Place your eggs, er, money into different tax baskets
Sunday, March 31, 2013
I hope it's been, and continues to be, a wonderful day, regardless of how you celebrate this Sunday.
If you have young kids, you likely have been dying eggs, hunting eggs and now are looking for ways to consume the eggs.
It's also a good time to think about taxes, not only your current tax return, which is due in just a couple of weeks, but also some tax planning.
Photo by Gabriele Corno
So on this egg-centric day, today's Daily Tax Tip looks at ways to spread your tax planning eggs across different baskets.
Specifically, you should examine ways to take advantage of tax-deferred, tax-free and taxable accounts. Each offers advantages for different times of your life and/or your personal financial situations.
You are probably most familiar with these from retirement accounts, such as traditional IRAs and traditional 401(k) workplace plans, also known as as 403(b) plans for workers at nonprofits and 457(b) plans for government employees.
You put money into these accounts before taxes are calculated. That means you get a bit of tax savings up front. And if you can deduct your contribution to a traditional IRA, you cut your tax bill more.
Flexible spending accounts (FSAs) also offer tax savings now. You side part of your paycheck via payroll deductions before taxes are taken out. Then you use the FSA money to pay eligible health care expenses such as office visit and prescription drug copays, braces, glasses, contact lenses, Lasik surgery and the like.
A Health Savings Accounts (HSA) also lets you to set aside non-taxable income to pay for your eligible health care expenses. But in order to participate in an HSA, you must meet certain criteria.
IRS Publication 969 has info on FSAs, HSAs and other tax-favored medical savings options. IRS Publication 502 has details on eligible medical expenses. And you also should check out an FSA calculator or HSA calculator to see what the plans might mean to you.
If you're looking for a tax break today, then look into pretax accounts. The tax-deferred retirement savings are especially good if you expect you'll be in a lower tax bracket once you leave the 9-to-5 grind.
Never owing tax is ideal. A couple of retirement accounts offer this goal.
With a Roth IRA or Roth 401(k) workplace savings account, you won't have to pay taxes on the money, both your contributions and their earnings, when you take it out in retirement.
But to get that benefit, you put already taxed money into the Roth plan.
Roth accounts typically are the retirement plan of choice for younger workers. They also are appealing if you anticipate being in a higher tax bracket in the future or are just worried that taxes will go up in the future.
With a Roth IRA, you also can get to your money sooner. You can tap your Roth contributions at any time without paying any penalties.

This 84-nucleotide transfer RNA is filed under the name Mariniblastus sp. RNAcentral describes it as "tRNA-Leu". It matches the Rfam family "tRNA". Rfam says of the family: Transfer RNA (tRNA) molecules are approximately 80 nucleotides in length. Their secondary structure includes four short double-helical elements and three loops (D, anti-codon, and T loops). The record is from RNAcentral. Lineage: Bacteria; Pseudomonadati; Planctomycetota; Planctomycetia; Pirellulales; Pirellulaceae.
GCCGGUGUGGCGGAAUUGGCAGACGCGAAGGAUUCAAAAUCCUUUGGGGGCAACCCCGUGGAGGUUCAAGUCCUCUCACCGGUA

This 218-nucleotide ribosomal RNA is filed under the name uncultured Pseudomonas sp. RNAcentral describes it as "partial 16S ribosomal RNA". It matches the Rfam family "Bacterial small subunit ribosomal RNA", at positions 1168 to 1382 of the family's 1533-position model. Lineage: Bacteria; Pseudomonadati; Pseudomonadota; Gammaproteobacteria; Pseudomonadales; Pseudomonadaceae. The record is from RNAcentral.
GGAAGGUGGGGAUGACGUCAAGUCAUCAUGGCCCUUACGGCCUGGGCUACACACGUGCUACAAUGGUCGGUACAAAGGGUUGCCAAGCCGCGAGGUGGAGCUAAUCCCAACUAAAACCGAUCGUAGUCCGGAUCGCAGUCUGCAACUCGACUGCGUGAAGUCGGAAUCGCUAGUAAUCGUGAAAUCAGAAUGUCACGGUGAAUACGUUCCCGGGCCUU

While a Roth IRA shouldn't be viewed as an emergency savings account (you need to set up a separate such account for unexpected expenses), it is handy if you truly do find yourself in a dire financial situation.
There's also a tax-free account for college costs.
Every state has a 529 savings plan to help cover ever-increasing higher education expenses. Your contributions to a 529, and you can pick one in another state if it works better for your school plans, are not tax deductible on your federal tax return. But investment in the plan grows tax-deferred, and distributions to pay for the beneficiary's college costs come out federally tax-free.
The tax-free treatment was made permanent with the Pension Protection Act of 2006.
Yes, taxable accounts do have a place in your financial world. Everyone needs money outside of retirement accounts, such as for the emergency situations noted earlier.
CDs or money market funds, while offering paltry interest rates right now, are easily accessible for immediate or short-term needs. The earnings on these investments are taxed at your ordinary income tax rate.
But for goals down the road, consider equity investments. Yes, I know the market is booming, meaning that you'll be buying in high. The market will, however, go down; then up again; then down again.
If you're investing for the long term, those ups and downs will sort themselves out. And if you reinvest your earnings, you'll end up buying some more holdings at lower (and, OK, higher; remember that sorting out deal) prices.
The best thing, though, is when you do cash in your long-term assets -- those are the ones you've owned for more than a year -- you'll pay lower capital gains tax rates.
So consider spreading your eggs money across these three tax baskets. It will better serve your many financial needs and should help with your tax bills, too.You also might find these items of interest:
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